Scottish Herald Article - 100 Club 1999
Here's a article ripped from scotlands top broadsheet - the herald
A few odd things in it but overall a good outside view, thanks to Frank Murphy for pointing it out
Still trying to save soul
Twenty years of dancing and forgotten American singles are celebrated this weekend. KEVIN McCARDLE sets the mood
There must have been times when the most enduring youth cult ever to have flourished in these isles must have seemed to be on its last legs. Few could have dreamed that it would last this long, including one Adrian Croasdell, the man most responsible for its longevity - indeed, for its current good health and its excellent prospects.
But this weekend sees a significant anniversary, as the 100 Club in London's Oxford Street hosts its twentieth anniversary soul all-nighter - 20 years of high kicks and back flips, of Oxford bags and penny loafers, dogtooth checks and rara skirts, of forgotten American 7in singles trading hands for the price of a mid-range BMW.
Not that the 100 Club was the first all-nighter venue, not by a long way - nights at the Twisted Wheel in Manchester, the Mecca in Blackpool, and the world-famous Wigan Casino were all flourishing long before Croasdell and fellow enthusiast Randy Cozens spun those rare, searing pieces of Black American pop to an audience of 200 in a basement club in 1979.
But what the 100 Club has is staying power - and Croasdell's guiding hand. He became interested in promoting all-night dances because "there was nowhere else to go and hear these records in London", and for someone with no experience of club promotion he's rightly chuffed that 20 years later the club is still going strong.
There have been some lean times, however. "In the early to mid-eighties, crowds were very sparse - sometimes only 100 people - and there were times at eight in the morning when everyone had gone and we were playing records just to the bar staff. One time we made £15, and I went with two of the bar staff to the Savoy, and splashed out the £15 on breakfast, looking out over the Thames."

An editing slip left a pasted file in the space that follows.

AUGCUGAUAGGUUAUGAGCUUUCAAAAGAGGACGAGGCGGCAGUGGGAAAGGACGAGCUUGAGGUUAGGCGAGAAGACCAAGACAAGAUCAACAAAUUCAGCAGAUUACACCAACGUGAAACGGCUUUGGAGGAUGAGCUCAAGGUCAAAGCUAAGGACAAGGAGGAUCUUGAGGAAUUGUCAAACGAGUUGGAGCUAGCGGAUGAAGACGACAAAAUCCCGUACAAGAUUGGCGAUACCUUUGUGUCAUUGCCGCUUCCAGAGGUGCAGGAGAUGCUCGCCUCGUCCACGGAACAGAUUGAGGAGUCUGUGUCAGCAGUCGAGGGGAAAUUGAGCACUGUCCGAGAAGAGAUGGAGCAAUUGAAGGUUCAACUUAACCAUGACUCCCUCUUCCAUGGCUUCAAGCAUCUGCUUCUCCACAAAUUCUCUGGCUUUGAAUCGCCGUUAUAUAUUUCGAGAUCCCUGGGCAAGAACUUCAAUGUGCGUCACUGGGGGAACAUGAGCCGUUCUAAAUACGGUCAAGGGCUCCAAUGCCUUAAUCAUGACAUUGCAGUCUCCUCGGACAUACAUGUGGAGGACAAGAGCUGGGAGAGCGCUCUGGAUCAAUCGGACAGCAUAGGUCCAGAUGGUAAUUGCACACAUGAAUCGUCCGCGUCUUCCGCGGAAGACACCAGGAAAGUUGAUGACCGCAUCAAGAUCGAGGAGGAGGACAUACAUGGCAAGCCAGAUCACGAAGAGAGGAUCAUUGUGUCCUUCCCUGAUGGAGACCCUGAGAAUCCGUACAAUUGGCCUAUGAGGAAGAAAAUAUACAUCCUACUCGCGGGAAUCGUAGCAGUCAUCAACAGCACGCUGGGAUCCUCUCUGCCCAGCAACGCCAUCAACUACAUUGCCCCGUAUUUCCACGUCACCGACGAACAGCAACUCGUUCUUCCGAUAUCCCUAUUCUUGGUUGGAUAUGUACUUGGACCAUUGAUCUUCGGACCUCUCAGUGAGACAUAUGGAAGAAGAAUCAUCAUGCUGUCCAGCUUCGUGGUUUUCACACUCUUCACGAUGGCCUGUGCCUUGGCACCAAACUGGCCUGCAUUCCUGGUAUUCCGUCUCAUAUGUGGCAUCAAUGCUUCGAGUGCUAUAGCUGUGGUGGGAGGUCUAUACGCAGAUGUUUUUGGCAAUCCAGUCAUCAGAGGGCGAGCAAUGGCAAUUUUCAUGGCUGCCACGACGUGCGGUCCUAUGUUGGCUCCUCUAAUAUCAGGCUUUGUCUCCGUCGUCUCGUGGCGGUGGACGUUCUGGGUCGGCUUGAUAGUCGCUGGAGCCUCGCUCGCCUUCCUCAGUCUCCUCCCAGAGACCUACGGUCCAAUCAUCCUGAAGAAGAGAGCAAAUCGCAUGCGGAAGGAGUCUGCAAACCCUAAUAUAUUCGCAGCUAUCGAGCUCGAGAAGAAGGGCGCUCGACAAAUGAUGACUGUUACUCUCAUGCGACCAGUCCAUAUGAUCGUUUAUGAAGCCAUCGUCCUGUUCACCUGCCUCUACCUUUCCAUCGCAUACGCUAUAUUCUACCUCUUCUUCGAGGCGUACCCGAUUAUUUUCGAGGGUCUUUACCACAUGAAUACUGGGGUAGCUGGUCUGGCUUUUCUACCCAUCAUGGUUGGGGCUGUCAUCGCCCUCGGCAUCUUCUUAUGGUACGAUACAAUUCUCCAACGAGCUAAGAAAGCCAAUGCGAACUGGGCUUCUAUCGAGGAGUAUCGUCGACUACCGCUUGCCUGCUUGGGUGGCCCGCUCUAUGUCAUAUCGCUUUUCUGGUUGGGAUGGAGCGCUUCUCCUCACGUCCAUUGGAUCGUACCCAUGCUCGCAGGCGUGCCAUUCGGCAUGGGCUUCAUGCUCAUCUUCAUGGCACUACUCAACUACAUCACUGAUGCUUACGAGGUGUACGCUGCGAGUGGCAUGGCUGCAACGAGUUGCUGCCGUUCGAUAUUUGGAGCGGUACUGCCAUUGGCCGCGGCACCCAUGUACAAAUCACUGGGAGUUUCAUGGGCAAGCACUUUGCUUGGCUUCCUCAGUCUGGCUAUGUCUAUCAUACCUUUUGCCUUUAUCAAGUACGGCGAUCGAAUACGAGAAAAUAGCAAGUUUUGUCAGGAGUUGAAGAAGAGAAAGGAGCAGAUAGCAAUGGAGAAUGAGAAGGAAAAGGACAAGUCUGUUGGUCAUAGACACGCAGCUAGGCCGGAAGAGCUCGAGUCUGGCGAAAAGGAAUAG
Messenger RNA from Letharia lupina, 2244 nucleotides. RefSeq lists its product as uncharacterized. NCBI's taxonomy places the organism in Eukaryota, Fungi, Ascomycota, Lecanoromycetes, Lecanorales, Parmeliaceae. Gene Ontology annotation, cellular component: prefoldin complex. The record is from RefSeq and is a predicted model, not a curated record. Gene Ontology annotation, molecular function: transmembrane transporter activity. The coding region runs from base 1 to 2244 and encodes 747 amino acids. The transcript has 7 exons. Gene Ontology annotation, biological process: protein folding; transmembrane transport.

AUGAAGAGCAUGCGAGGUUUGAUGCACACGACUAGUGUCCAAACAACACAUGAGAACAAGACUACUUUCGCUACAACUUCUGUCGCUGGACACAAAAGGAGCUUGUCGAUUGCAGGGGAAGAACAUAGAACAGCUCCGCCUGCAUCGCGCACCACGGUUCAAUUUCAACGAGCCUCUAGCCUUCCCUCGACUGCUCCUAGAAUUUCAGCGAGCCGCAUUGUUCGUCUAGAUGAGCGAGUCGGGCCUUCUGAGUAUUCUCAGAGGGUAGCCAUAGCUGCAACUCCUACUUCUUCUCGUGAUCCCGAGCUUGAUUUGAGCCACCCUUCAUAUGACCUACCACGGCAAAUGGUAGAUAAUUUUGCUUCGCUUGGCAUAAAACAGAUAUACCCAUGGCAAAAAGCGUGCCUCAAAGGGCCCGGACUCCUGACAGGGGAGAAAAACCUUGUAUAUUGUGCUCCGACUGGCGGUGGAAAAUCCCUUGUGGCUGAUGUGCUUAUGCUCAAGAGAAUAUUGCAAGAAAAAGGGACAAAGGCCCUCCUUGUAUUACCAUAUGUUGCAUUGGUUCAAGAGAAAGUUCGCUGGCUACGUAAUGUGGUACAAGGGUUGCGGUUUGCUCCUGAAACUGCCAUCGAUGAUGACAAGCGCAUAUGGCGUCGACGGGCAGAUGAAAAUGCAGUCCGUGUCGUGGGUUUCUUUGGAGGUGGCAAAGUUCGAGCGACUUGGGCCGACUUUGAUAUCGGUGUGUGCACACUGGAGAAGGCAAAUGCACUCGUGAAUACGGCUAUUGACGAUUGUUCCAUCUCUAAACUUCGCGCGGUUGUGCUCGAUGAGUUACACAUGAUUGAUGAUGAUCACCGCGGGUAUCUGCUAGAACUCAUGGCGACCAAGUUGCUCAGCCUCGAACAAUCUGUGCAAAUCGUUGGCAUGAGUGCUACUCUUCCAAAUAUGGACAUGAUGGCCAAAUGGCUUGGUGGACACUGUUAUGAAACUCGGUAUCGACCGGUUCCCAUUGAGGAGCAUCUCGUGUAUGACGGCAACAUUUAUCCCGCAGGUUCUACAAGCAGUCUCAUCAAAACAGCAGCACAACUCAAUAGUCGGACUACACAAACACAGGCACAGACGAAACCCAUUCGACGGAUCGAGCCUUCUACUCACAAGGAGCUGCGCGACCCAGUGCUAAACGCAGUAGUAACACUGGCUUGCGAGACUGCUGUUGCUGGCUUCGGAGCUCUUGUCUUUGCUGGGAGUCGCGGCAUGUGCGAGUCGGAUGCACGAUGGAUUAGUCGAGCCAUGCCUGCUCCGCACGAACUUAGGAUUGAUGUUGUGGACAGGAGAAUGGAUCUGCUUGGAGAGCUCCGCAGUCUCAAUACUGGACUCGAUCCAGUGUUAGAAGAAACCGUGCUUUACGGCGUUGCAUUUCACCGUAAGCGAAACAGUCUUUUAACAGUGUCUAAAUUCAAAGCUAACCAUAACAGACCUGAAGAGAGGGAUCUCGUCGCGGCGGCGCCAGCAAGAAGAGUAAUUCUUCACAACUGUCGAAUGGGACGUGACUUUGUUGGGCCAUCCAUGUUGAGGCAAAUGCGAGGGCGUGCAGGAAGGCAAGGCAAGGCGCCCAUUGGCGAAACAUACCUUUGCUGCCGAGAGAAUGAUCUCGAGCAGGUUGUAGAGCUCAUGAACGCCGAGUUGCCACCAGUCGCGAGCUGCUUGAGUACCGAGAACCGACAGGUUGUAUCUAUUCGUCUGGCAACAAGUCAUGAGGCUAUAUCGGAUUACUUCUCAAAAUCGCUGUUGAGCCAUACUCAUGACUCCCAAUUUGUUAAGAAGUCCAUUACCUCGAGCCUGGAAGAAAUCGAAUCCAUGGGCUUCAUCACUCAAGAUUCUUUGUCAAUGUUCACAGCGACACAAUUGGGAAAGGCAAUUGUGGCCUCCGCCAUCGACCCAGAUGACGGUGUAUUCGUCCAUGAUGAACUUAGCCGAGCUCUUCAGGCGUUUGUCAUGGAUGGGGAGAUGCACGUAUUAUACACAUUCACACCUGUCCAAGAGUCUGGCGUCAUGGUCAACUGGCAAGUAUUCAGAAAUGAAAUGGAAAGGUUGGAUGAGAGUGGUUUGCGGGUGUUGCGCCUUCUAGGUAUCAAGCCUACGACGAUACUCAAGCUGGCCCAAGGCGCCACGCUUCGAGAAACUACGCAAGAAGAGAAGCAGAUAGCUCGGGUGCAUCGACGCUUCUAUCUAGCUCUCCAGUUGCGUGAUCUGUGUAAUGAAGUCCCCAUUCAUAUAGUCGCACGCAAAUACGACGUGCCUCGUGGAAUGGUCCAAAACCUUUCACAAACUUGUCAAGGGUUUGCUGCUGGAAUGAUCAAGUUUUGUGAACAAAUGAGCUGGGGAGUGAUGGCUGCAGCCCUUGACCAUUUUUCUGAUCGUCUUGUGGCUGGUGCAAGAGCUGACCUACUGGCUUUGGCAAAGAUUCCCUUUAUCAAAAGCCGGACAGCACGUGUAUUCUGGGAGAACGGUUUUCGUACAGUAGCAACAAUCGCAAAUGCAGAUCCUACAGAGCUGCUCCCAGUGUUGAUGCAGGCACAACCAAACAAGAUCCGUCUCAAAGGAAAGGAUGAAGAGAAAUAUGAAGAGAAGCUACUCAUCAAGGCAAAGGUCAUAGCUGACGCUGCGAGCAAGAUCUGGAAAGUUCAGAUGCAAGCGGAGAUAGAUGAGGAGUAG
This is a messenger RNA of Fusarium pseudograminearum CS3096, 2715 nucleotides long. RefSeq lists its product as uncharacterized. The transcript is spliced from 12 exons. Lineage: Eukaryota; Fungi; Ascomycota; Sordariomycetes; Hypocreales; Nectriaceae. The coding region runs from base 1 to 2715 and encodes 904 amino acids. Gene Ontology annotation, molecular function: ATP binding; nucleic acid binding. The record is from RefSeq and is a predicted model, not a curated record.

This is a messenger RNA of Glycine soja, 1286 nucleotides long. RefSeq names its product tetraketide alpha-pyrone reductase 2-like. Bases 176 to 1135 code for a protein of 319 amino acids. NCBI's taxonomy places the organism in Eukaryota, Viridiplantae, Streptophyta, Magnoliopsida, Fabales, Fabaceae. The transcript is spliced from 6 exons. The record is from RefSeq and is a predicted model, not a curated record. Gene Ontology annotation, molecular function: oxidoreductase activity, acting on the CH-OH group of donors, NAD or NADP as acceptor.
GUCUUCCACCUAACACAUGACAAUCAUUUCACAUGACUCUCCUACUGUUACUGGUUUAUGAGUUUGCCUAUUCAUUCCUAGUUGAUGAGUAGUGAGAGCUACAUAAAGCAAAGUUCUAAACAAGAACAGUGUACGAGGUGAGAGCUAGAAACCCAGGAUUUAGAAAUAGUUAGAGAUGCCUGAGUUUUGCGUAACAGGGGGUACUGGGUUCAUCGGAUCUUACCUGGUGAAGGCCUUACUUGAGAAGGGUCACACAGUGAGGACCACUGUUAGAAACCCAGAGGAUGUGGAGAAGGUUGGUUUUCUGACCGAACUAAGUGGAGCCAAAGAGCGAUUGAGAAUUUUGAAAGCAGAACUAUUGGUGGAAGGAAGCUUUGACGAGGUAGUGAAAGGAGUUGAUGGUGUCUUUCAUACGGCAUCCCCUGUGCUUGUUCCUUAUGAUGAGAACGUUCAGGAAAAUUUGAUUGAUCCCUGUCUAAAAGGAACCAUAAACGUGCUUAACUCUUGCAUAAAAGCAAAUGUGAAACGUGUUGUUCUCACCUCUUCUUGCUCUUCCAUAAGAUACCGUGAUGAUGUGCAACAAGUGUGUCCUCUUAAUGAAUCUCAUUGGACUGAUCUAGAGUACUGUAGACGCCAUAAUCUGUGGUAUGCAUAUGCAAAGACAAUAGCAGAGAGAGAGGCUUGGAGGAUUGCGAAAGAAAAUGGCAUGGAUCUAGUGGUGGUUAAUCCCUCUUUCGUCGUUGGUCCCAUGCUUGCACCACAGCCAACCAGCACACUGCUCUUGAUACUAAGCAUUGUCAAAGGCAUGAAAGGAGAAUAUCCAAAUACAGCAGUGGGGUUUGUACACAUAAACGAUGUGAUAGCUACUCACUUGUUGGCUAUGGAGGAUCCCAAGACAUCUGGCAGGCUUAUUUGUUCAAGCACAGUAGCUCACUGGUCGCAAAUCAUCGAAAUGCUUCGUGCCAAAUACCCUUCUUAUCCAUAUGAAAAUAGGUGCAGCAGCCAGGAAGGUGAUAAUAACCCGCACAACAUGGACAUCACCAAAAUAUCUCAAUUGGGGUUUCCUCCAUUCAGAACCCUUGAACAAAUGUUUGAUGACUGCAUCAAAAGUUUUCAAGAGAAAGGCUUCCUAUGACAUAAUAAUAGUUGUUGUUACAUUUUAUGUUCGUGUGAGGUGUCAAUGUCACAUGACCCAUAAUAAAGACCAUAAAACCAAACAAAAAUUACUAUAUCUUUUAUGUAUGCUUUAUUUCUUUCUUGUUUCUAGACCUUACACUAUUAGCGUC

That things picked up again is due in no small measure to Croasdell's day job, as the prime mover behind the reissue supremos, Kent records. Kent's series of reissues began in 1981 with For Dancers Only, a compilation of rare, up-tempo dance records (with outre sleevenotes from "Harbro Horace", Croasdell's compiling alter ego) that appealed not just to the die-hard soul fan but caught the fishtail parka of the early eighties Mod revival, a piece of good fortune that allowed Croasdell to keep on compiling LPs of sixties and seventies rarities with the knowledge that an eager audience existed. It's not unusual nowadays to see the rarer of the Kent LP releases on sale at record fairs for £15 or £20 or more - still a bargain when the original 7in singles of the tracks contained therein can change hands for several thousand pounds in some instances.
As Kent's reissues percolated their way into the hands of a new generation of fans, the Northern and sixties soul scenes have undergone something of a rejuvenation: Croasdell says that there are 10,000 members on the books for the 100 Club's nights, with members as far afield as the antipodes and back again. For this weekend's anniversary, one woman will be travelling from Australia, other revellers will be coming from Germany and France, the Scots will number in their dozens.
What draws them may be hard to explain but is not hard to fathom: Black American music of the sixties and seventies came so close to perfection at times that it inspires nothing short of awe-filled reverence. And to be in the company of several hundred dancers united in a common love of this terribly overlooked music is something close to heaven. For those for whom a mere all-nighter is not enough, Croasdell also organises soul weekenders at a holiday camp near Cleethorpes, where 1000 fans enjoy 72 hours of non-stop soul.
And there's so much quantity, of so much quality: for every hit by the Supremes or the Temptations or the Impressions, there were a hundred, a thousand records that never got beyond the test-pressing stage and more likely found their way across the Atlantic as ship's ballast than as items for retail - and Croasdell, owner of an estimated 50,000 singles and growing, has no doubt that there are still records waiting to be discovered. "I got a mail order list this morning with at least two dozen records on it I've never heard of."
Croasdell collects and compiles these days by label, particular favourites being the polished gems put out by the mighty RCA-Victor organisation (Kent's Rare Collectable and Soulful Vol I is representative of that company's thrilling output), and Atlantic, the cream of whose back catalogue will appear on 25 Kent CDs over the next few years.
And for the next 20 years, Ady? "More of the same - so long as I can still stay awake all night."
For more information on the next 100 Club all-nighter (October 16) or Cleethorpes weekenders, send an SAE to Flat 9, 61 Riding House Street, London W1P 7PP.- Sept 10